OBJECTIVE : The objective of the study was to identify and categorise factors that influence the choice behind the purchase of an infant formula
brand by mothers and/or caregivers, and the reasons for their choice.
DESIGN : This was a descriptive cross-sectional study in the quantitative research domain.
SETTING : The setting was a pharmacy in Centurion Mall, and large food retail stores in Centurion Mall, Centurion Lifestyle Centre, Lyttleton
Centre, Attlyn (Atteridgeville) and the Quagga Centre (Pretoria West) in Tshwane Metropolitan Municipality, South Africa.
SUBJECTS AND OUTCOME MEASURES : The 200 participants who were selected using purposive sampling completed a point-of-purchase
RESULTS : The majority of the participants who purchased infant formula were aged 25-34 years, married, educated, affluent and employed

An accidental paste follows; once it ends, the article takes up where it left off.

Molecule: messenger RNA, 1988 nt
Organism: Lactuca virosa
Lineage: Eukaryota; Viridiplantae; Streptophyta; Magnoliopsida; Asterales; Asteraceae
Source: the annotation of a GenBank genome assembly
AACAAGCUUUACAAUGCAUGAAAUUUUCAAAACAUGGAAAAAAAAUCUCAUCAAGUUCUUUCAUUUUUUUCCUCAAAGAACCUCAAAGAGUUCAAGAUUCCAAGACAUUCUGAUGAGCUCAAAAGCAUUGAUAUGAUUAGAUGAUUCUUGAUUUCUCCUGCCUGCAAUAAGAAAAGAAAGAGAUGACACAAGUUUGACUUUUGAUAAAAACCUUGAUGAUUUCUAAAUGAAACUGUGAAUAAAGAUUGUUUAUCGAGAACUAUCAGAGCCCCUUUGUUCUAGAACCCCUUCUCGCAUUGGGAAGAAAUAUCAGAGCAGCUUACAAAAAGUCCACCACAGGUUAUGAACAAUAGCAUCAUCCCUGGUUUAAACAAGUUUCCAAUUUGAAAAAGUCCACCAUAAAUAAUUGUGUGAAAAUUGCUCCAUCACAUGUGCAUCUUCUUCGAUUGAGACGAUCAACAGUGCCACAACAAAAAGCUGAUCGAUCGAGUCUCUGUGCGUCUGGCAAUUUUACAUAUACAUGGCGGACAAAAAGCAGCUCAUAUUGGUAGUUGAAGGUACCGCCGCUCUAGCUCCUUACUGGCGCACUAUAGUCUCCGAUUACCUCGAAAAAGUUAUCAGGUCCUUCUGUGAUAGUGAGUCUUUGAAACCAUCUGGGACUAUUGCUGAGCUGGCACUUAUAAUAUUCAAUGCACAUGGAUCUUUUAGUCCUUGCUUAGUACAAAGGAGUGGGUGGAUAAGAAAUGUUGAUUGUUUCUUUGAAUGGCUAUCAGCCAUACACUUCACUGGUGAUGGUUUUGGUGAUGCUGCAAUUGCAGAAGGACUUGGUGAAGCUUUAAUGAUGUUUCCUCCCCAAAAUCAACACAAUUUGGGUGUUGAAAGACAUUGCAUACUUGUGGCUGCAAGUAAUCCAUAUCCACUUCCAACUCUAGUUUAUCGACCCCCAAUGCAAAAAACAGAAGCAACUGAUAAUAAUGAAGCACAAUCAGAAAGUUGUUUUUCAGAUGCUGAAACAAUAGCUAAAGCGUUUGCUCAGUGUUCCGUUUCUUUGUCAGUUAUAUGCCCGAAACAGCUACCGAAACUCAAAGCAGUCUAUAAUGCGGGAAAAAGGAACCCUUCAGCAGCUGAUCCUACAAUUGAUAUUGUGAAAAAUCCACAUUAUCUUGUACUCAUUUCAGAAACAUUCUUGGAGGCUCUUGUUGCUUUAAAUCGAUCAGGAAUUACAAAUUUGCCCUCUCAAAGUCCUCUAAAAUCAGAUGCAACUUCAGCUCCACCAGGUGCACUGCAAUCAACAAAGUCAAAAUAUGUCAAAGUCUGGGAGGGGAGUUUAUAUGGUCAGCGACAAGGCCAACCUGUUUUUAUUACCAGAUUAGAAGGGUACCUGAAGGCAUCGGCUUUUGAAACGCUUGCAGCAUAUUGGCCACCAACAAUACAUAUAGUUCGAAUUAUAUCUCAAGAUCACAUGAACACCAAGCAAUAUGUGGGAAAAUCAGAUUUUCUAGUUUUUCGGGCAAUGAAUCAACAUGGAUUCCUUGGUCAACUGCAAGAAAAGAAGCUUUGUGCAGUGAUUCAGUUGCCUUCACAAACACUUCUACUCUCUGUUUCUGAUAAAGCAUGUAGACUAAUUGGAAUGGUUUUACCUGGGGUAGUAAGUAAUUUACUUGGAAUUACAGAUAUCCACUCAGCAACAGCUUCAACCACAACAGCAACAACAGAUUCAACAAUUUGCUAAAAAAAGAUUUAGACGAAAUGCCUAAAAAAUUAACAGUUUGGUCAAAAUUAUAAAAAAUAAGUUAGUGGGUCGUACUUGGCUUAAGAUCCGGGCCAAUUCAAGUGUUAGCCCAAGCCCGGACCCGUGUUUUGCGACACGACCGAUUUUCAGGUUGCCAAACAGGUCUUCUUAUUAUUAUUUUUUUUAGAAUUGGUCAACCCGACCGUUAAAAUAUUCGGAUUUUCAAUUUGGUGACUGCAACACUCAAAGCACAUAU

full-time. Influencing factors were advice from others [76% (of which 32% was advice from a paediatrician)], a perceived claim that the infant
formula provided a specific health benefit (49.5%), brand loyalty (13.5%), having seen an infant formula being used in hospital (10.5%) and
the infant’s taste preference (9%). Half of the participants (51%) purchased infant formula manufactured by one of the largest manufacturers
of this product globally.
CONCLUSION : Paediatricians’ recommendations, as well as perceived health claims, were considered to be primary influencing factors with
regard to the purchase of infant formula by mothers. Appropriate training should target paediatricians and other healthcare professionals
to ensure that they advocate breastfeeding uncompromisingly, and advise mothers and/or caregivers on appropriate indications for infant